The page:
For many people, the story of Charles Darwin goes like this: he ventured to the Galapagos Islands on the Beagle, was inspired by the biodiversity of the birds he saw there, and immediately returned home to write his theory of evolution. But this simplified narrative is inaccurate and lacking: it leaves out a major part of Darwin’s legacy. He published On the Origin of Species nearly thirty years after his voyages. And much of his life was spent experimenting with and observing plants.
Darwin was a brilliant and revolutionary botanist whose observations and theories were far ahead of his time. With Darwin’s Most Wonderful Plants, biologist and gardening expert Ken Thompson restores this important aspect of Darwin’s biography while also delighting in the botanical world that captivated the famous scientist. Thompson traces how well Darwin’s discoveries have held up, revealing that many are remarkably long-lasting. Some findings are only now being confirmed and extended by high-tech modern research, while some have been corrected through recent analysis.
We learn from Thompson how Darwin used plants to shape his most famous theory and then later how he used that theory to further push the boundaries of botanical knowledge. We also get to look over Darwin’s shoulder as he labors, learning more about his approach to research and his astonishing capacity for hard work. Darwin’s genius was to see the wonder and the significance in the ordinary and mundane, in the things that most people wouldn’t look at twice.
Both Thompson and Darwin share a love for our most wonderful plants and the remarkable secrets they can unlock. This book will instill that same joy in casual gardeners and botany aficionados alike.
About the Author
Ken Thompson is an independent senior research fellow in the Department of Animal and Plant Sciences at the University of Sheffield and former director of the Buxton Climate Change Impacts Laboratory. His recent books include Do We Need Pandas? The Uncomfortable Truth about Biodiversity; Where Do Camels Belong? The Story and Science of Invasive Species; and The Sceptical Gardener: The Thinking Person’s Guide to Good Gardening.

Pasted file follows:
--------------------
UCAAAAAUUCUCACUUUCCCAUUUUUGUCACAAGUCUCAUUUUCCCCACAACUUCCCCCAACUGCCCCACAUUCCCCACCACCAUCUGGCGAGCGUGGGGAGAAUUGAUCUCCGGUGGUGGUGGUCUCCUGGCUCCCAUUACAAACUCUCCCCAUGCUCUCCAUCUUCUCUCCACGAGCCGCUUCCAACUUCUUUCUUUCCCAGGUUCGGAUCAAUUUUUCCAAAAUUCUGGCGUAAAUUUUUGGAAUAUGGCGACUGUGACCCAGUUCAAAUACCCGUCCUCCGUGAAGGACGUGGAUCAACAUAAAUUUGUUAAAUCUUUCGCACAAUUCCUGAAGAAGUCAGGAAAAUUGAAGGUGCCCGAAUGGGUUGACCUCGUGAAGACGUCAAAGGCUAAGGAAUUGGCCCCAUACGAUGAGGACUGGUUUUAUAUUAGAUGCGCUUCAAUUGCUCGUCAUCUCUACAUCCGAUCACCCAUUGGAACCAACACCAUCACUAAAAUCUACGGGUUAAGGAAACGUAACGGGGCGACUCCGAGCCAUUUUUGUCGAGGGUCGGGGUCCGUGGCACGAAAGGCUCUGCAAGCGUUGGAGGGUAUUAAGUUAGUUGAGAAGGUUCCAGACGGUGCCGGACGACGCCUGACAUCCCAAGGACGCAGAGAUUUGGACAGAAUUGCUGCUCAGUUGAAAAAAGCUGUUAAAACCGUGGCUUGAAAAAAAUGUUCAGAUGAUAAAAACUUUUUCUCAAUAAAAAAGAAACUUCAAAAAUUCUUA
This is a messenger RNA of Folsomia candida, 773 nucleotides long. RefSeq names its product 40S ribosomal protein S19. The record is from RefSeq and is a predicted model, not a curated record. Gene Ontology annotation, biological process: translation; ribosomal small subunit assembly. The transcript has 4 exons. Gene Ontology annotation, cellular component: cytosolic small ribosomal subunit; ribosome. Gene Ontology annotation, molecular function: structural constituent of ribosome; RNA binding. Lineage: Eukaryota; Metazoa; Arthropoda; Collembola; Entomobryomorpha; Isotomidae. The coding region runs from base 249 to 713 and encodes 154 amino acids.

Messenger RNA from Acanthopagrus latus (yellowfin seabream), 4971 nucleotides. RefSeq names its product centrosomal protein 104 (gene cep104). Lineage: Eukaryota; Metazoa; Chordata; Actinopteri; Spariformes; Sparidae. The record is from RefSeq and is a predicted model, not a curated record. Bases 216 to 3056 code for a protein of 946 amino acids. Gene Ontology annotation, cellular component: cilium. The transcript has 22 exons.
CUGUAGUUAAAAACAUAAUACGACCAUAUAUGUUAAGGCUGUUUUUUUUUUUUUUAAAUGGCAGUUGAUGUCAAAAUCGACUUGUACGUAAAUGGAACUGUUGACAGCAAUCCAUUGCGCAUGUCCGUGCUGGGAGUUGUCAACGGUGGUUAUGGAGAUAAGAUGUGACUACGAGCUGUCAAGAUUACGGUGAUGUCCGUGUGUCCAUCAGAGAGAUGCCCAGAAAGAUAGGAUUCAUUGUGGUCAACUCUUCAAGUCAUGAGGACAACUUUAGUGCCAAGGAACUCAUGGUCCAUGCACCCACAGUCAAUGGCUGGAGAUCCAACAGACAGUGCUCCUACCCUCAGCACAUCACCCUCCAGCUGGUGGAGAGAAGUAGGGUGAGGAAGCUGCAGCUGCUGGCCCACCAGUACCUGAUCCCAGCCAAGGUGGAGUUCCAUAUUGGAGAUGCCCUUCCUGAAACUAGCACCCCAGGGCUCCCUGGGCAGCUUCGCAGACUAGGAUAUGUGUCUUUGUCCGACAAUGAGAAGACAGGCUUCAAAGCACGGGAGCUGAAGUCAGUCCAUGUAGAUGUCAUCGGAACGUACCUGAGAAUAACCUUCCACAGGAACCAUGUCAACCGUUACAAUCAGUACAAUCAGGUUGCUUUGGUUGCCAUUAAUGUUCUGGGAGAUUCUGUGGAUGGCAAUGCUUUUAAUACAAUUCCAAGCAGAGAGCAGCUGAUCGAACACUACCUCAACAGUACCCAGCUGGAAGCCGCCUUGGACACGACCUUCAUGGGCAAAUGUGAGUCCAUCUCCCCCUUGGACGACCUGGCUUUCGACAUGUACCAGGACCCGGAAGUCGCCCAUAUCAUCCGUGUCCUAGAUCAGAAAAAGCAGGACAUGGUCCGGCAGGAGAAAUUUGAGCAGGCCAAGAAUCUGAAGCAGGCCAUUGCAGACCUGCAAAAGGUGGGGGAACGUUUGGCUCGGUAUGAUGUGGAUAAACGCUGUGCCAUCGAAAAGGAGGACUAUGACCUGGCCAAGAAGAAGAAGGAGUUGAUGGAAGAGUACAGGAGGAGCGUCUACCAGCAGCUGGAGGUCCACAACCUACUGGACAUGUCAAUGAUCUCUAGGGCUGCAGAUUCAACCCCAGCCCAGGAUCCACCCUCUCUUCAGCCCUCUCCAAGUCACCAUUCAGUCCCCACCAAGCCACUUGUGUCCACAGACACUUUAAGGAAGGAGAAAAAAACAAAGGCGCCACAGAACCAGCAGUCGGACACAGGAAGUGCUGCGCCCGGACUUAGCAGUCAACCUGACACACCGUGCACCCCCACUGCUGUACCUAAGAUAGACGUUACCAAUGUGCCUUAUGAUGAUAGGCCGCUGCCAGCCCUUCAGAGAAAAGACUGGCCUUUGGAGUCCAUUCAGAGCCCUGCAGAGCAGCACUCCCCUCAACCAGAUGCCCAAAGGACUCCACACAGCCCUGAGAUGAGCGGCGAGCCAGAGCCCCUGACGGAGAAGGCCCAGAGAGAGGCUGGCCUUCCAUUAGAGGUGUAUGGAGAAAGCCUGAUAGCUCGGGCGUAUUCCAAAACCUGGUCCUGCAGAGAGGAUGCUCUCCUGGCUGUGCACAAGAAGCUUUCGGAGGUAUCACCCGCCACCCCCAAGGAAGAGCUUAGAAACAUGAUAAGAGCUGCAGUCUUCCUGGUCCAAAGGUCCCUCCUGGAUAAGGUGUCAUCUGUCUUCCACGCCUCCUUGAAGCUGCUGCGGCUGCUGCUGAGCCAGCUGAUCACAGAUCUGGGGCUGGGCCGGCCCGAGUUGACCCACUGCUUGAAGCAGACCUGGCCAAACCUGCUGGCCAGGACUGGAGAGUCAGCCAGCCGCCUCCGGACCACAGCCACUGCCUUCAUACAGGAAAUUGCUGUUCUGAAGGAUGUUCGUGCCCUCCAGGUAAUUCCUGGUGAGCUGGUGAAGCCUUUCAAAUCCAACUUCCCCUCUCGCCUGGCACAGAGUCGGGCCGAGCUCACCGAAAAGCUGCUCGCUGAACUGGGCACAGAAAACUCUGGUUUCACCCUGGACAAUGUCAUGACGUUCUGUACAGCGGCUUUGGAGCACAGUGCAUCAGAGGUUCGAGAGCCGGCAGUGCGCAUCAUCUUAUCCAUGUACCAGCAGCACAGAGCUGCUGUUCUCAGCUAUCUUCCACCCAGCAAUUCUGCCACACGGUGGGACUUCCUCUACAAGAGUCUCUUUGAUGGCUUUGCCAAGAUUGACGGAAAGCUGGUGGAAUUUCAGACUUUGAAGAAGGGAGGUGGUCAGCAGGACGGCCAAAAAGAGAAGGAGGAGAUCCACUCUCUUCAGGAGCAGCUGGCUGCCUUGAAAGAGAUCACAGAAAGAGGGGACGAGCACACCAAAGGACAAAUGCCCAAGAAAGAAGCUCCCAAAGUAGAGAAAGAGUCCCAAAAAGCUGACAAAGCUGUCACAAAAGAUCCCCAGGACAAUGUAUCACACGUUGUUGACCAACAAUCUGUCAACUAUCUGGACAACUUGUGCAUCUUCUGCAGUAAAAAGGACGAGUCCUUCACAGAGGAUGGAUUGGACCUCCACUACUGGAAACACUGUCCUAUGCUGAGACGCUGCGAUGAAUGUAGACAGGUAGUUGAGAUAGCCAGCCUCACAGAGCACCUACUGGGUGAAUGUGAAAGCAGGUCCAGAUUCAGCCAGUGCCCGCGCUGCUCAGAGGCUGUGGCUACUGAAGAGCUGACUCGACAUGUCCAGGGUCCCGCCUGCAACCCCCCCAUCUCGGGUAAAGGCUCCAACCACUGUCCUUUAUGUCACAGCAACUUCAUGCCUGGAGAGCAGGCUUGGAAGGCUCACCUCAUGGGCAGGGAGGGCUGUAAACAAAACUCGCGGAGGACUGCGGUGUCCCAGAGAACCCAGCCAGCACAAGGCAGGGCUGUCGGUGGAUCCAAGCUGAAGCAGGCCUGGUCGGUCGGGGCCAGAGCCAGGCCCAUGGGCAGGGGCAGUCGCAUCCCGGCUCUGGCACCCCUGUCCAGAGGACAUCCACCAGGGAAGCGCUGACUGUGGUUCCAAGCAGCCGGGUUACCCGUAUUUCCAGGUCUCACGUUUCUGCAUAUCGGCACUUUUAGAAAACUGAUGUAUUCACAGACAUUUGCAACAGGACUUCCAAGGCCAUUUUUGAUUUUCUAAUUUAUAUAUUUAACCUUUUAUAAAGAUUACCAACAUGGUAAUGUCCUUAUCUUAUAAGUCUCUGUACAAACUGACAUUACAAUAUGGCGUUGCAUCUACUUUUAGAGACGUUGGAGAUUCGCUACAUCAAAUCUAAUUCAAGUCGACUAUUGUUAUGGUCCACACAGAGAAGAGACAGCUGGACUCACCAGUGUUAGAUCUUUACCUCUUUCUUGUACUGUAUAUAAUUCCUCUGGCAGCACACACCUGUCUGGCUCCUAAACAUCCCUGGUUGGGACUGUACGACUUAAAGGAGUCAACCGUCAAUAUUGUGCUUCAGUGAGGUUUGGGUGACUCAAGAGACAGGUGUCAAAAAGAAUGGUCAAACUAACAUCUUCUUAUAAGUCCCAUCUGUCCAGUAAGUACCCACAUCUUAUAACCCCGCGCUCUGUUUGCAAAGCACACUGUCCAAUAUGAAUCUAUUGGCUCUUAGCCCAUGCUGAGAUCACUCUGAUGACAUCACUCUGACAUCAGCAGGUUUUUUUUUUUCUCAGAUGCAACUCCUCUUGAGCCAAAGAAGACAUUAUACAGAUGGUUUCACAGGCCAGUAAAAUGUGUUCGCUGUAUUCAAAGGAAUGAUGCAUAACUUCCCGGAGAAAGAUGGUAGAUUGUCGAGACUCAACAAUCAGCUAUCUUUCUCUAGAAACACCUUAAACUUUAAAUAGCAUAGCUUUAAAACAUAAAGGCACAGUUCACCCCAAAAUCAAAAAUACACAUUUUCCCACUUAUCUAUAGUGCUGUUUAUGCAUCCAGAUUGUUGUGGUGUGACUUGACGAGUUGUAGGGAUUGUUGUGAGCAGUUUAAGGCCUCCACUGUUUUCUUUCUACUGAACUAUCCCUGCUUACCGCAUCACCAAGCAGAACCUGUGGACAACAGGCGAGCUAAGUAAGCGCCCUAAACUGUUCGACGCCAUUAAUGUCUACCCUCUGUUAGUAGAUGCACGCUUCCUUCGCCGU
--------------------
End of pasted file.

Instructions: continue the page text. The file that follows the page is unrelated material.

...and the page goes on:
“A survey of the botanical experimenting and theorizing that occupied Darwin’s golden years. This little volume proceeds from Virginia creepers to sundews to orchids to pansies, all as gently as a Sunday garden tour, but with expert evolutionary commentary, and it is garnished by Thompson with some odd facts about plant evolution that Darwin might have considered but didn’t. It’s a glimpse of Darwin the country squire, Darwin the horticulturalist, an old man pottering in what Thompson calls ‘the cabbage patch’—or think of Don Corleone amid the tomatoes.”
— New York Review of Books
“In this quietly riveting study, plant biologist Ken Thompson reveals Charles Darwin as a botanical revolutionary.”
“This is a fascinating insight into the scientist’s sheer delight in observing the minutiae of living organisms. Intuitive he may have been, but it was the painstaking hours spent on detailed observation that put him in a position to generate his larger ideas.”
— Gardens Illustrated
“When Charles Darwin boarded the HMS Beagle at the age of twenty-three, he thought of himself as a geologist, but when he settled down to domestic life back in rural England, plants began to fascinate him. For Darwin, plants provided the near-at-hand evidence of evolution, and he wrote six books about them. Thompson revisits Darwin’s botany, showing us how insightful he was, where (rarely) he was wrong and the marvelous discoveries that have been made since, like a plant with roots that trap small organisms, fern spores that walk, and trees that lean towards the equator. Darwin himself would have loved this book.”
— Jonathan Silvertown, author of Dinner with Darwin: Food, Drink, and Evolution